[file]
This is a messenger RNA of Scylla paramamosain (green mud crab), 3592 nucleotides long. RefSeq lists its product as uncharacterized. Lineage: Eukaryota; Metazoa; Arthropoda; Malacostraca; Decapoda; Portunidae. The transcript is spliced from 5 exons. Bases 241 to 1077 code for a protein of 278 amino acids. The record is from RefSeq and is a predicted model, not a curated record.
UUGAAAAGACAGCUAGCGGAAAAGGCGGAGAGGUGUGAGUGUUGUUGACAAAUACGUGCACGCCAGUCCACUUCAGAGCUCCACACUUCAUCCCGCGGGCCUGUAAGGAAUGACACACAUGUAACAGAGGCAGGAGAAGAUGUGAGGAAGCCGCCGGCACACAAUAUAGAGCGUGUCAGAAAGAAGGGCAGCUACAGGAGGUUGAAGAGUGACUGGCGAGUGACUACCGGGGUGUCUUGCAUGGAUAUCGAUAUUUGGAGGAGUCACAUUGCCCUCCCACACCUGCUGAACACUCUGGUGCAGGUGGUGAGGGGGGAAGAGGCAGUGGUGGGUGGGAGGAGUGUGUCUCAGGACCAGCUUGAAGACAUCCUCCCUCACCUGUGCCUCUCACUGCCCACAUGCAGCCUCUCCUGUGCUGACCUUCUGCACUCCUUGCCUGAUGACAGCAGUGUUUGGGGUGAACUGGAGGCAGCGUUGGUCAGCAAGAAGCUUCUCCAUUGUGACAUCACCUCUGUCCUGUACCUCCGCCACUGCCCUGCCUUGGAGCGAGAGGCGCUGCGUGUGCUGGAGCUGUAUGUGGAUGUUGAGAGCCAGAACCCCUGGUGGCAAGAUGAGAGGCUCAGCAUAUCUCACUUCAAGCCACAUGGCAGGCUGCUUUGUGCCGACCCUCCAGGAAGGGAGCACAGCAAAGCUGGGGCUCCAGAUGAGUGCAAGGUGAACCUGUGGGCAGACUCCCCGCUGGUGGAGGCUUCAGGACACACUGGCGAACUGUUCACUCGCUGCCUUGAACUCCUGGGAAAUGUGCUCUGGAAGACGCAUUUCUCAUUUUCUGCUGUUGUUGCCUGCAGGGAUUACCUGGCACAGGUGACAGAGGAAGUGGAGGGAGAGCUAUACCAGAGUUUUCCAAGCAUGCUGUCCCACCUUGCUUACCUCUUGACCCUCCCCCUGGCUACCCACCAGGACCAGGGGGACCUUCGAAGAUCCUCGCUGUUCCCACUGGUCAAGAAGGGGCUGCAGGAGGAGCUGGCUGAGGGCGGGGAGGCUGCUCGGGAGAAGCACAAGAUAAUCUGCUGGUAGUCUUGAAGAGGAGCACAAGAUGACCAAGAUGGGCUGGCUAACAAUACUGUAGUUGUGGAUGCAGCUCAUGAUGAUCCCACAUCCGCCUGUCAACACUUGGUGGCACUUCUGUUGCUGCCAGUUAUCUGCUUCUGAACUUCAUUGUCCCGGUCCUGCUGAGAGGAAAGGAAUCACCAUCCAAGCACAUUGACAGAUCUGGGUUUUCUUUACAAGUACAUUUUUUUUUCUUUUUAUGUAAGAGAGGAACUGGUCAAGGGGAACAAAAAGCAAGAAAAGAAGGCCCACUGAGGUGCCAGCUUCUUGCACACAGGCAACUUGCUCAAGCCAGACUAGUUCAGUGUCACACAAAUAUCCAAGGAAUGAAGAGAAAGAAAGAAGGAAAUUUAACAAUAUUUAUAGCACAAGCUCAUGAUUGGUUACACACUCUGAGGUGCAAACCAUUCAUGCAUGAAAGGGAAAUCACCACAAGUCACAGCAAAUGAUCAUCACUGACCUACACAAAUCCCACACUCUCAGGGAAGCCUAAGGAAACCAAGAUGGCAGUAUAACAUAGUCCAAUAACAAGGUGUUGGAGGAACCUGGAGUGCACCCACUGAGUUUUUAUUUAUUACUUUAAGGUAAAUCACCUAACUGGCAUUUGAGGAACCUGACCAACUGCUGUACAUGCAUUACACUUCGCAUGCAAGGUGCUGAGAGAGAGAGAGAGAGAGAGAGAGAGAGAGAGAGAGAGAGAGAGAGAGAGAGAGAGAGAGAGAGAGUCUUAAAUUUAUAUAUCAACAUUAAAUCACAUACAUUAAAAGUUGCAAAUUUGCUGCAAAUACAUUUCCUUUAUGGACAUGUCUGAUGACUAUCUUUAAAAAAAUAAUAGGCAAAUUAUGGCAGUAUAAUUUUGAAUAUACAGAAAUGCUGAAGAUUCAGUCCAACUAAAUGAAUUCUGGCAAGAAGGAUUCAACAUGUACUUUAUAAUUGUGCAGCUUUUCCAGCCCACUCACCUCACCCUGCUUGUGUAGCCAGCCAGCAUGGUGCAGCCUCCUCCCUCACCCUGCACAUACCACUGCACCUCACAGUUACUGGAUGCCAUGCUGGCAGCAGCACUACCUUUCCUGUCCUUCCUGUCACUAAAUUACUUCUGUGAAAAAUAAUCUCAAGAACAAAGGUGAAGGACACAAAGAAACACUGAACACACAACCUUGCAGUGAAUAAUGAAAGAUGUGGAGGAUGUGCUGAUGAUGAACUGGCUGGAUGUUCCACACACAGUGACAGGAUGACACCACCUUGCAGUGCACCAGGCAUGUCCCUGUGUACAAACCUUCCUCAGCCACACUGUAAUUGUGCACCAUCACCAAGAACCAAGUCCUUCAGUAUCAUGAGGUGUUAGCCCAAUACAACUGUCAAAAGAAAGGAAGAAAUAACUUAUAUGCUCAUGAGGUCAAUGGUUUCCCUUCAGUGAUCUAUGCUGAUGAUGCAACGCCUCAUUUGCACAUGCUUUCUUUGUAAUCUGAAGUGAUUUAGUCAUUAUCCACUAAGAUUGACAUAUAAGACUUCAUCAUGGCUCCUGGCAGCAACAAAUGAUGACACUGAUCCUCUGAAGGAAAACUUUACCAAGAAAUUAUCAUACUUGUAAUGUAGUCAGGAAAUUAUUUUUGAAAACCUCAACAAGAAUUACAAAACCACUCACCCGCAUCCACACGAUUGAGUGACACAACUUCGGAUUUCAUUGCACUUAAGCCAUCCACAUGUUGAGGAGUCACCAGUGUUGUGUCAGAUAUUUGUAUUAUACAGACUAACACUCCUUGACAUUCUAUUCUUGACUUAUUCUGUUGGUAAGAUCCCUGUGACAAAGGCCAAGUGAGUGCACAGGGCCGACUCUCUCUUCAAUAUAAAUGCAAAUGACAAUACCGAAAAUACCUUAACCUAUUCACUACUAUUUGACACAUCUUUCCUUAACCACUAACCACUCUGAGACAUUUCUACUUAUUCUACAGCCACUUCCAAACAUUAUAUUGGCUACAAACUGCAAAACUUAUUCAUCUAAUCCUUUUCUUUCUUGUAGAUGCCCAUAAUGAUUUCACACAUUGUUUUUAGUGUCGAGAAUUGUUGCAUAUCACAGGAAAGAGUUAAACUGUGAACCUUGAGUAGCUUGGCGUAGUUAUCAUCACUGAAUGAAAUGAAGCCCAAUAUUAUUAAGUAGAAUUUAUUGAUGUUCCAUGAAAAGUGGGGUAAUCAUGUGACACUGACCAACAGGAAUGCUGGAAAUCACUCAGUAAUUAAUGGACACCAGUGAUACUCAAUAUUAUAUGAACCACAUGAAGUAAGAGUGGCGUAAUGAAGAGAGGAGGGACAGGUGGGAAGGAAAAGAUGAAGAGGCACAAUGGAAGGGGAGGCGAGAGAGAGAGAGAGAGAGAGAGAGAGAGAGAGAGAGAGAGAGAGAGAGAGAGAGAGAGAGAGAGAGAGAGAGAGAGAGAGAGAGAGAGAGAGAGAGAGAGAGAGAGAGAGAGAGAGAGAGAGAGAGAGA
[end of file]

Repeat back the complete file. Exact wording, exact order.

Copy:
This is a messenger RNA of Scylla paramamosain (green mud crab), 3592 nucleotides long. RefSeq lists its product as uncharacterized. Lineage: Eukaryota; Metazoa; Arthropoda; Malacostraca; Decapoda; Portunidae. The transcript is spliced from 5 exons. Bases 241 to 1077 code for a protein of 278 amino acids. The record is from RefSeq and is a predicted model, not a curated record.
UUGAAAAGACAGCUAGCGGAAAAGGCGGAGAGGUGUGAGUGUUGUUGACAAAUACGUGCACGCCAGUCCACUUCAGAGCUCCACACUUCAUCCCGCGGGCCUGUAAGGAAUGACACACAUGUAACAGAGGCAGGAGAAGAUGUGAGGAAGCCGCCGGCACACAAUAUAGAGCGUGUCAGAAAGAAGGGCAGCUACAGGAGGUUGAAGAGUGACUGGCGAGUGACUACCGGGGUGUCUUGCAUGGAUAUCGAUAUUUGGAGGAGUCACAUUGCCCUCCCACACCUGCUGAACACUCUGGUGCAGGUGGUGAGGGGGGAAGAGGCAGUGGUGGGUGGGAGGAGUGUGUCUCAGGACCAGCUUGAAGACAUCCUCCCUCACCUGUGCCUCUCACUGCCCACAUGCAGCCUCUCCUGUGCUGACCUUCUGCACUCCUUGCCUGAUGACAGCAGUGUUUGGGGUGAACUGGAGGCAGCGUUGGUCAGCAAGAAGCUUCUCCAUUGUGACAUCACCUCUGUCCUGUACCUCCGCCACUGCCCUGCCUUGGAGCGAGAGGCGCUGCGUGUGCUGGAGCUGUAUGUGGAUGUUGAGAGCCAGAACCCCUGGUGGCAAGAUGAGAGGCUCAGCAUAUCUCACUUCAAGCCACAUGGCAGGCUGCUUUGUGCCGACCCUCCAGGAAGGGAGCACAGCAAAGCUGGGGCUCCAGAUGAGUGCAAGGUGAACCUGUGGGCAGACUCCCCGCUGGUGGAGGCUUCAGGACACACUGGCGAACUGUUCACUCGCUGCCUUGAACUCCUGGGAAAUGUGCUCUGGAAGACGCAUUUCUCAUUUUCUGCUGUUGUUGCCUGCAGGGAUUACCUGGCACAGGUGACAGAGGAAGUGGAGGGAGAGCUAUACCAGAGUUUUCCAAGCAUGCUGUCCCACCUUGCUUACCUCUUGACCCUCCCCCUGGCUACCCACCAGGACCAGGGGGACCUUCGAAGAUCCUCGCUGUUCCCACUGGUCAAGAAGGGGCUGCAGGAGGAGCUGGCUGAGGGCGGGGAGGCUGCUCGGGAGAAGCACAAGAUAAUCUGCUGGUAGUCUUGAAGAGGAGCACAAGAUGACCAAGAUGGGCUGGCUAACAAUACUGUAGUUGUGGAUGCAGCUCAUGAUGAUCCCACAUCCGCCUGUCAACACUUGGUGGCACUUCUGUUGCUGCCAGUUAUCUGCUUCUGAACUUCAUUGUCCCGGUCCUGCUGAGAGGAAAGGAAUCACCAUCCAAGCACAUUGACAGAUCUGGGUUUUCUUUACAAGUACAUUUUUUUUUCUUUUUAUGUAAGAGAGGAACUGGUCAAGGGGAACAAAAAGCAAGAAAAGAAGGCCCACUGAGGUGCCAGCUUCUUGCACACAGGCAACUUGCUCAAGCCAGACUAGUUCAGUGUCACACAAAUAUCCAAGGAAUGAAGAGAAAGAAAGAAGGAAAUUUAACAAUAUUUAUAGCACAAGCUCAUGAUUGGUUACACACUCUGAGGUGCAAACCAUUCAUGCAUGAAAGGGAAAUCACCACAAGUCACAGCAAAUGAUCAUCACUGACCUACACAAAUCCCACACUCUCAGGGAAGCCUAAGGAAACCAAGAUGGCAGUAUAACAUAGUCCAAUAACAAGGUGUUGGAGGAACCUGGAGUGCACCCACUGAGUUUUUAUUUAUUACUUUAAGGUAAAUCACCUAACUGGCAUUUGAGGAACCUGACCAACUGCUGUACAUGCAUUACACUUCGCAUGCAAGGUGCUGAGAGAGAGAGAGAGAGAGAGAGAGAGAGAGAGAGAGAGAGAGAGAGAGAGAGAGAGAGAGAGAGAGUCUUAAAUUUAUAUAUCAACAUUAAAUCACAUACAUUAAAAGUUGCAAAUUUGCUGCAAAUACAUUUCCUUUAUGGACAUGUCUGAUGACUAUCUUUAAAAAAAUAAUAGGCAAAUUAUGGCAGUAUAAUUUUGAAUAUACAGAAAUGCUGAAGAUUCAGUCCAACUAAAUGAAUUCUGGCAAGAAGGAUUCAACAUGUACUUUAUAAUUGUGCAGCUUUUCCAGCCCACUCACCUCACCCUGCUUGUGUAGCCAGCCAGCAUGGUGCAGCCUCCUCCCUCACCCUGCACAUACCACUGCACCUCACAGUUACUGGAUGCCAUGCUGGCAGCAGCACUACCUUUCCUGUCCUUCCUGUCACUAAAUUACUUCUGUGAAAAAUAAUCUCAAGAACAAAGGUGAAGGACACAAAGAAACACUGAACACACAACCUUGCAGUGAAUAAUGAAAGAUGUGGAGGAUGUGCUGAUGAUGAACUGGCUGGAUGUUCCACACACAGUGACAGGAUGACACCACCUUGCAGUGCACCAGGCAUGUCCCUGUGUACAAACCUUCCUCAGCCACACUGUAAUUGUGCACCAUCACCAAGAACCAAGUCCUUCAGUAUCAUGAGGUGUUAGCCCAAUACAACUGUCAAAAGAAAGGAAGAAAUAACUUAUAUGCUCAUGAGGUCAAUGGUUUCCCUUCAGUGAUCUAUGCUGAUGAUGCAACGCCUCAUUUGCACAUGCUUUCUUUGUAAUCUGAAGUGAUUUAGUCAUUAUCCACUAAGAUUGACAUAUAAGACUUCAUCAUGGCUCCUGGCAGCAACAAAUGAUGACACUGAUCCUCUGAAGGAAAACUUUACCAAGAAAUUAUCAUACUUGUAAUGUAGUCAGGAAAUUAUUUUUGAAAACCUCAACAAGAAUUACAAAACCACUCACCCGCAUCCACACGAUUGAGUGACACAACUUCGGAUUUCAUUGCACUUAAGCCAUCCACAUGUUGAGGAGUCACCAGUGUUGUGUCAGAUAUUUGUAUUAUACAGACUAACACUCCUUGACAUUCUAUUCUUGACUUAUUCUGUUGGUAAGAUCCCUGUGACAAAGGCCAAGUGAGUGCACAGGGCCGACUCUCUCUUCAAUAUAAAUGCAAAUGACAAUACCGAAAAUACCUUAACCUAUUCACUACUAUUUGACACAUCUUUCCUUAACCACUAACCACUCUGAGACAUUUCUACUUAUUCUACAGCCACUUCCAAACAUUAUAUUGGCUACAAACUGCAAAACUUAUUCAUCUAAUCCUUUUCUUUCUUGUAGAUGCCCAUAAUGAUUUCACACAUUGUUUUUAGUGUCGAGAAUUGUUGCAUAUCACAGGAAAGAGUUAAACUGUGAACCUUGAGUAGCUUGGCGUAGUUAUCAUCACUGAAUGAAAUGAAGCCCAAUAUUAUUAAGUAGAAUUUAUUGAUGUUCCAUGAAAAGUGGGGUAAUCAUGUGACACUGACCAACAGGAAUGCUGGAAAUCACUCAGUAAUUAAUGGACACCAGUGAUACUCAAUAUUAUAUGAACCACAUGAAGUAAGAGUGGCGUAAUGAAGAGAGGAGGGACAGGUGGGAAGGAAAAGAUGAAGAGGCACAAUGGAAGGGGAGGCGAGAGAGAGAGAGAGAGAGAGAGAGAGAGAGAGAGAGAGAGAGAGAGAGAGAGAGAGAGAGAGAGAGAGAGAGAGAGAGAGAGAGAGAGAGAGAGAGAGAGAGAGAGAGAGAGAGAGAGAGAGAGAGAGA